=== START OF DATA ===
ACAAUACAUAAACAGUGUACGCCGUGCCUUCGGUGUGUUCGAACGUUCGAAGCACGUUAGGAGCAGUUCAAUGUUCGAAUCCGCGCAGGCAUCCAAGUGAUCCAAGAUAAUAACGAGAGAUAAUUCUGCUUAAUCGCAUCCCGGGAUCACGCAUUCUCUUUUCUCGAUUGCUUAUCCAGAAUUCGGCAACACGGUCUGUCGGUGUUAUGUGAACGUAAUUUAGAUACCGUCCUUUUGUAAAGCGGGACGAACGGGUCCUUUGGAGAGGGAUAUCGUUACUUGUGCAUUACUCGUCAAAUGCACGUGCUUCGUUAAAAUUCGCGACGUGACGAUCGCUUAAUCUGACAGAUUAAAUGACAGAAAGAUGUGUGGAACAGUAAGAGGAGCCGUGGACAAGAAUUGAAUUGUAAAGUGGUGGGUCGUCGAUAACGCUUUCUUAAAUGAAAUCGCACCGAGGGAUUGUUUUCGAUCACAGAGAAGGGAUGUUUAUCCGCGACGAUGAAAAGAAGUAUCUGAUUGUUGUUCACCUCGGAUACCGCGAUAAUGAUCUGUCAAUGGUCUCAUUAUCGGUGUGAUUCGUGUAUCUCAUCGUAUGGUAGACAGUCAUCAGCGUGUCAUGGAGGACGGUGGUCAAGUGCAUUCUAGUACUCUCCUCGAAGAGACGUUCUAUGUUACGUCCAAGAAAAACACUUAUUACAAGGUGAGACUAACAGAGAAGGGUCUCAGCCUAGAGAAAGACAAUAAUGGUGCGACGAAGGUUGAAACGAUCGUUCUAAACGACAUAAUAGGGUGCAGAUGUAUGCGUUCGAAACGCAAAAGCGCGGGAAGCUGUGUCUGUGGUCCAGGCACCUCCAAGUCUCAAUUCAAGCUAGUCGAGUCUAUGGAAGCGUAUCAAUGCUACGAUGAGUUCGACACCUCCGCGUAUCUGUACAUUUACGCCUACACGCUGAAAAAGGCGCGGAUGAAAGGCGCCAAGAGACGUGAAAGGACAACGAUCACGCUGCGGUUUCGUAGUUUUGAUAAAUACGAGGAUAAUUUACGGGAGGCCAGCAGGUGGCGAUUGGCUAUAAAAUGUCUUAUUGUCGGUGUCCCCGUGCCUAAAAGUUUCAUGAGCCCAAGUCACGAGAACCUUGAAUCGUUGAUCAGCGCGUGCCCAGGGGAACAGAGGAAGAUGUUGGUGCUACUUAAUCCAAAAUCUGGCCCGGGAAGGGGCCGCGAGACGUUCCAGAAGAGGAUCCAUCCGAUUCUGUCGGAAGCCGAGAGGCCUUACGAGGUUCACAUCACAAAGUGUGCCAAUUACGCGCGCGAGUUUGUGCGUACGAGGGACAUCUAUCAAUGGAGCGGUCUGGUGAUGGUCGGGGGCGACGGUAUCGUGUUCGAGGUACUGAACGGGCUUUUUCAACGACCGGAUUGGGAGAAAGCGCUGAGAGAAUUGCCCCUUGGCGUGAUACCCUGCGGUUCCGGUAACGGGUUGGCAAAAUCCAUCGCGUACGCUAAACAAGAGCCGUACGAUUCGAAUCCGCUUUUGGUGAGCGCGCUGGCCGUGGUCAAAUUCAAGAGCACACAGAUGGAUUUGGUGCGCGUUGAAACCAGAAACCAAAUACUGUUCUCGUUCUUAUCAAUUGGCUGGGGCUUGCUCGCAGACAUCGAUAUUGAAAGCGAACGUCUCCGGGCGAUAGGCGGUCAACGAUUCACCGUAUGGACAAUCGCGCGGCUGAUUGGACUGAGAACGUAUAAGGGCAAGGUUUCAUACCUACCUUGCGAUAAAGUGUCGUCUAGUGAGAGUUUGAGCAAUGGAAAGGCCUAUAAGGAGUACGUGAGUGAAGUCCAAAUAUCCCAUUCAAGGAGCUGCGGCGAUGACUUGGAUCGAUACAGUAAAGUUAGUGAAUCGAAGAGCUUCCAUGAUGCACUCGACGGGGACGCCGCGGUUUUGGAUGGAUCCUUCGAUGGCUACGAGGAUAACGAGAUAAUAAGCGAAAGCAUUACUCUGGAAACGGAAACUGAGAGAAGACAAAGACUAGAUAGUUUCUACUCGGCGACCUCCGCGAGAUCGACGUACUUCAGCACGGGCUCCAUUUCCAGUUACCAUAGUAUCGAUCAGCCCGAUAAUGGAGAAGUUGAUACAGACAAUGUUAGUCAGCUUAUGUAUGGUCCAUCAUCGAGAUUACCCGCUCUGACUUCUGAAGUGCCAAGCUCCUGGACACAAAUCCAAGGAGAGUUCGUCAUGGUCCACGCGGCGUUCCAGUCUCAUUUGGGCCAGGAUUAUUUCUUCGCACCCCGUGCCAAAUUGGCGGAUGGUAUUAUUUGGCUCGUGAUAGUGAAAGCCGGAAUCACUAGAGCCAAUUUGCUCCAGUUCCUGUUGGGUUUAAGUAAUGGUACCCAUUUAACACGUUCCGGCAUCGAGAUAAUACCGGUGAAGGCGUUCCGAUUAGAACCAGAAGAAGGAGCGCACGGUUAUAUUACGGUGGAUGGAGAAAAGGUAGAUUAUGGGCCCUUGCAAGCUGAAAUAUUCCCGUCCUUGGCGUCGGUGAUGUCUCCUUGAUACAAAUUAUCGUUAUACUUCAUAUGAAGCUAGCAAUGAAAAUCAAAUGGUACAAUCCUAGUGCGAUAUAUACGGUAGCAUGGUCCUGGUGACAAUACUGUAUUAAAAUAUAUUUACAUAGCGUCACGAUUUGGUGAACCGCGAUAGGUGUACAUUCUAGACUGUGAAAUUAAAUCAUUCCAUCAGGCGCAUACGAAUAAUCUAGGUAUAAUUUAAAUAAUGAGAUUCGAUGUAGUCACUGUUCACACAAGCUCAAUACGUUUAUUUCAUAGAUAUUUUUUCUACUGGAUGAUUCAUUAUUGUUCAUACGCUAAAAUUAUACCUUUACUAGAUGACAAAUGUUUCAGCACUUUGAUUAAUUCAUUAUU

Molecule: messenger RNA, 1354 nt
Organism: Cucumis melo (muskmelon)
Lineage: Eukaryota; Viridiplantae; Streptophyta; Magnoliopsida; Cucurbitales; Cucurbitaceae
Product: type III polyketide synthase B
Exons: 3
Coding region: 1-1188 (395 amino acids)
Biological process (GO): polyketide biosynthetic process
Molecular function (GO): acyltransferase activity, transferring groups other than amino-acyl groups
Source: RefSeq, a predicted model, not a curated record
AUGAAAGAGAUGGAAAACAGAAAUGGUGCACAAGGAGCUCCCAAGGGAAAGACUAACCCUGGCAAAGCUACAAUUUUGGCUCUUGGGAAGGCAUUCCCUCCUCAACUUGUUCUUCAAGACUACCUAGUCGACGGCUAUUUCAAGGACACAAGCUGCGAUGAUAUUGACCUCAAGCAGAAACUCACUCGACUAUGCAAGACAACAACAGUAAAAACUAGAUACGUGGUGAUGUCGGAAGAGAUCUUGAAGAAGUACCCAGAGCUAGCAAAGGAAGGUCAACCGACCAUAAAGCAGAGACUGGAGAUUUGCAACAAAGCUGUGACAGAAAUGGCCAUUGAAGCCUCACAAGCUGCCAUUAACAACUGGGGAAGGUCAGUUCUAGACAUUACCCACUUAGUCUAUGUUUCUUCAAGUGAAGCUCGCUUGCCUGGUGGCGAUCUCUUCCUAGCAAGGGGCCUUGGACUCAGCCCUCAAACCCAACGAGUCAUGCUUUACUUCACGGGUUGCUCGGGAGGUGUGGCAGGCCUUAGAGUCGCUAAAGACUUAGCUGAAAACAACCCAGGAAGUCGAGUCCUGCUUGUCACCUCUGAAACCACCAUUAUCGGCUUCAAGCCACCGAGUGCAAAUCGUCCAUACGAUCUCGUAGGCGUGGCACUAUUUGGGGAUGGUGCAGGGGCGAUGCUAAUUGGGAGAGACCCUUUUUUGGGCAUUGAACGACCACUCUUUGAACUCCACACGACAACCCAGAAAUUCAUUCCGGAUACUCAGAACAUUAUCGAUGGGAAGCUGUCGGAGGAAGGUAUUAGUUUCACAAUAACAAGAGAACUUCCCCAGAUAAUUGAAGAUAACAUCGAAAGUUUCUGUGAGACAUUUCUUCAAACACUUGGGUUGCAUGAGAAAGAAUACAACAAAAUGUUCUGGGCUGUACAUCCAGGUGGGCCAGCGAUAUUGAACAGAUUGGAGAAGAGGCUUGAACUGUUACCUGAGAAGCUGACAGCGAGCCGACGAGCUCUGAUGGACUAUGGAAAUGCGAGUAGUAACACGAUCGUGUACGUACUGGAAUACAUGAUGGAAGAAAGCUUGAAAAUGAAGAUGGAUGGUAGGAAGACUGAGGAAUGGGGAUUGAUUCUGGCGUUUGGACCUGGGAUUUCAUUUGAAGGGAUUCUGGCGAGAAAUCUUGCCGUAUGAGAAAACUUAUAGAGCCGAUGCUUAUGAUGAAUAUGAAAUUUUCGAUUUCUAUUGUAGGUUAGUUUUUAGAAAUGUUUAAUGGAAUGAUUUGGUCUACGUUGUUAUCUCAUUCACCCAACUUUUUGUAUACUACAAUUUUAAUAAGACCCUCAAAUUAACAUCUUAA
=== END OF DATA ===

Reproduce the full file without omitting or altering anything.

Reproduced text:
ACAAUACAUAAACAGUGUACGCCGUGCCUUCGGUGUGUUCGAACGUUCGAAGCACGUUAGGAGCAGUUCAAUGUUCGAAUCCGCGCAGGCAUCCAAGUGAUCCAAGAUAAUAACGAGAGAUAAUUCUGCUUAAUCGCAUCCCGGGAUCACGCAUUCUCUUUUCUCGAUUGCUUAUCCAGAAUUCGGCAACACGGUCUGUCGGUGUUAUGUGAACGUAAUUUAGAUACCGUCCUUUUGUAAAGCGGGACGAACGGGUCCUUUGGAGAGGGAUAUCGUUACUUGUGCAUUACUCGUCAAAUGCACGUGCUUCGUUAAAAUUCGCGACGUGACGAUCGCUUAAUCUGACAGAUUAAAUGACAGAAAGAUGUGUGGAACAGUAAGAGGAGCCGUGGACAAGAAUUGAAUUGUAAAGUGGUGGGUCGUCGAUAACGCUUUCUUAAAUGAAAUCGCACCGAGGGAUUGUUUUCGAUCACAGAGAAGGGAUGUUUAUCCGCGACGAUGAAAAGAAGUAUCUGAUUGUUGUUCACCUCGGAUACCGCGAUAAUGAUCUGUCAAUGGUCUCAUUAUCGGUGUGAUUCGUGUAUCUCAUCGUAUGGUAGACAGUCAUCAGCGUGUCAUGGAGGACGGUGGUCAAGUGCAUUCUAGUACUCUCCUCGAAGAGACGUUCUAUGUUACGUCCAAGAAAAACACUUAUUACAAGGUGAGACUAACAGAGAAGGGUCUCAGCCUAGAGAAAGACAAUAAUGGUGCGACGAAGGUUGAAACGAUCGUUCUAAACGACAUAAUAGGGUGCAGAUGUAUGCGUUCGAAACGCAAAAGCGCGGGAAGCUGUGUCUGUGGUCCAGGCACCUCCAAGUCUCAAUUCAAGCUAGUCGAGUCUAUGGAAGCGUAUCAAUGCUACGAUGAGUUCGACACCUCCGCGUAUCUGUACAUUUACGCCUACACGCUGAAAAAGGCGCGGAUGAAAGGCGCCAAGAGACGUGAAAGGACAACGAUCACGCUGCGGUUUCGUAGUUUUGAUAAAUACGAGGAUAAUUUACGGGAGGCCAGCAGGUGGCGAUUGGCUAUAAAAUGUCUUAUUGUCGGUGUCCCCGUGCCUAAAAGUUUCAUGAGCCCAAGUCACGAGAACCUUGAAUCGUUGAUCAGCGCGUGCCCAGGGGAACAGAGGAAGAUGUUGGUGCUACUUAAUCCAAAAUCUGGCCCGGGAAGGGGCCGCGAGACGUUCCAGAAGAGGAUCCAUCCGAUUCUGUCGGAAGCCGAGAGGCCUUACGAGGUUCACAUCACAAAGUGUGCCAAUUACGCGCGCGAGUUUGUGCGUACGAGGGACAUCUAUCAAUGGAGCGGUCUGGUGAUGGUCGGGGGCGACGGUAUCGUGUUCGAGGUACUGAACGGGCUUUUUCAACGACCGGAUUGGGAGAAAGCGCUGAGAGAAUUGCCCCUUGGCGUGAUACCCUGCGGUUCCGGUAACGGGUUGGCAAAAUCCAUCGCGUACGCUAAACAAGAGCCGUACGAUUCGAAUCCGCUUUUGGUGAGCGCGCUGGCCGUGGUCAAAUUCAAGAGCACACAGAUGGAUUUGGUGCGCGUUGAAACCAGAAACCAAAUACUGUUCUCGUUCUUAUCAAUUGGCUGGGGCUUGCUCGCAGACAUCGAUAUUGAAAGCGAACGUCUCCGGGCGAUAGGCGGUCAACGAUUCACCGUAUGGACAAUCGCGCGGCUGAUUGGACUGAGAACGUAUAAGGGCAAGGUUUCAUACCUACCUUGCGAUAAAGUGUCGUCUAGUGAGAGUUUGAGCAAUGGAAAGGCCUAUAAGGAGUACGUGAGUGAAGUCCAAAUAUCCCAUUCAAGGAGCUGCGGCGAUGACUUGGAUCGAUACAGUAAAGUUAGUGAAUCGAAGAGCUUCCAUGAUGCACUCGACGGGGACGCCGCGGUUUUGGAUGGAUCCUUCGAUGGCUACGAGGAUAACGAGAUAAUAAGCGAAAGCAUUACUCUGGAAACGGAAACUGAGAGAAGACAAAGACUAGAUAGUUUCUACUCGGCGACCUCCGCGAGAUCGACGUACUUCAGCACGGGCUCCAUUUCCAGUUACCAUAGUAUCGAUCAGCCCGAUAAUGGAGAAGUUGAUACAGACAAUGUUAGUCAGCUUAUGUAUGGUCCAUCAUCGAGAUUACCCGCUCUGACUUCUGAAGUGCCAAGCUCCUGGACACAAAUCCAAGGAGAGUUCGUCAUGGUCCACGCGGCGUUCCAGUCUCAUUUGGGCCAGGAUUAUUUCUUCGCACCCCGUGCCAAAUUGGCGGAUGGUAUUAUUUGGCUCGUGAUAGUGAAAGCCGGAAUCACUAGAGCCAAUUUGCUCCAGUUCCUGUUGGGUUUAAGUAAUGGUACCCAUUUAACACGUUCCGGCAUCGAGAUAAUACCGGUGAAGGCGUUCCGAUUAGAACCAGAAGAAGGAGCGCACGGUUAUAUUACGGUGGAUGGAGAAAAGGUAGAUUAUGGGCCCUUGCAAGCUGAAAUAUUCCCGUCCUUGGCGUCGGUGAUGUCUCCUUGAUACAAAUUAUCGUUAUACUUCAUAUGAAGCUAGCAAUGAAAAUCAAAUGGUACAAUCCUAGUGCGAUAUAUACGGUAGCAUGGUCCUGGUGACAAUACUGUAUUAAAAUAUAUUUACAUAGCGUCACGAUUUGGUGAACCGCGAUAGGUGUACAUUCUAGACUGUGAAAUUAAAUCAUUCCAUCAGGCGCAUACGAAUAAUCUAGGUAUAAUUUAAAUAAUGAGAUUCGAUGUAGUCACUGUUCACACAAGCUCAAUACGUUUAUUUCAUAGAUAUUUUUUCUACUGGAUGAUUCAUUAUUGUUCAUACGCUAAAAUUAUACCUUUACUAGAUGACAAAUGUUUCAGCACUUUGAUUAAUUCAUUAUU

Molecule: messenger RNA, 1354 nt
Organism: Cucumis melo (muskmelon)
Lineage: Eukaryota; Viridiplantae; Streptophyta; Magnoliopsida; Cucurbitales; Cucurbitaceae
Product: type III polyketide synthase B
Exons: 3
Coding region: 1-1188 (395 amino acids)
Biological process (GO): polyketide biosynthetic process
Molecular function (GO): acyltransferase activity, transferring groups other than amino-acyl groups
Source: RefSeq, a predicted model, not a curated record
AUGAAAGAGAUGGAAAACAGAAAUGGUGCACAAGGAGCUCCCAAGGGAAAGACUAACCCUGGCAAAGCUACAAUUUUGGCUCUUGGGAAGGCAUUCCCUCCUCAACUUGUUCUUCAAGACUACCUAGUCGACGGCUAUUUCAAGGACACAAGCUGCGAUGAUAUUGACCUCAAGCAGAAACUCACUCGACUAUGCAAGACAACAACAGUAAAAACUAGAUACGUGGUGAUGUCGGAAGAGAUCUUGAAGAAGUACCCAGAGCUAGCAAAGGAAGGUCAACCGACCAUAAAGCAGAGACUGGAGAUUUGCAACAAAGCUGUGACAGAAAUGGCCAUUGAAGCCUCACAAGCUGCCAUUAACAACUGGGGAAGGUCAGUUCUAGACAUUACCCACUUAGUCUAUGUUUCUUCAAGUGAAGCUCGCUUGCCUGGUGGCGAUCUCUUCCUAGCAAGGGGCCUUGGACUCAGCCCUCAAACCCAACGAGUCAUGCUUUACUUCACGGGUUGCUCGGGAGGUGUGGCAGGCCUUAGAGUCGCUAAAGACUUAGCUGAAAACAACCCAGGAAGUCGAGUCCUGCUUGUCACCUCUGAAACCACCAUUAUCGGCUUCAAGCCACCGAGUGCAAAUCGUCCAUACGAUCUCGUAGGCGUGGCACUAUUUGGGGAUGGUGCAGGGGCGAUGCUAAUUGGGAGAGACCCUUUUUUGGGCAUUGAACGACCACUCUUUGAACUCCACACGACAACCCAGAAAUUCAUUCCGGAUACUCAGAACAUUAUCGAUGGGAAGCUGUCGGAGGAAGGUAUUAGUUUCACAAUAACAAGAGAACUUCCCCAGAUAAUUGAAGAUAACAUCGAAAGUUUCUGUGAGACAUUUCUUCAAACACUUGGGUUGCAUGAGAAAGAAUACAACAAAAUGUUCUGGGCUGUACAUCCAGGUGGGCCAGCGAUAUUGAACAGAUUGGAGAAGAGGCUUGAACUGUUACCUGAGAAGCUGACAGCGAGCCGACGAGCUCUGAUGGACUAUGGAAAUGCGAGUAGUAACACGAUCGUGUACGUACUGGAAUACAUGAUGGAAGAAAGCUUGAAAAUGAAGAUGGAUGGUAGGAAGACUGAGGAAUGGGGAUUGAUUCUGGCGUUUGGACCUGGGAUUUCAUUUGAAGGGAUUCUGGCGAGAAAUCUUGCCGUAUGAGAAAACUUAUAGAGCCGAUGCUUAUGAUGAAUAUGAAAUUUUCGAUUUCUAUUGUAGGUUAGUUUUUAGAAAUGUUUAAUGGAAUGAUUUGGUCUACGUUGUUAUCUCAUUCACCCAACUUUUUGUAUACUACAAUUUUAAUAAGACCCUCAAAUUAACAUCUUAA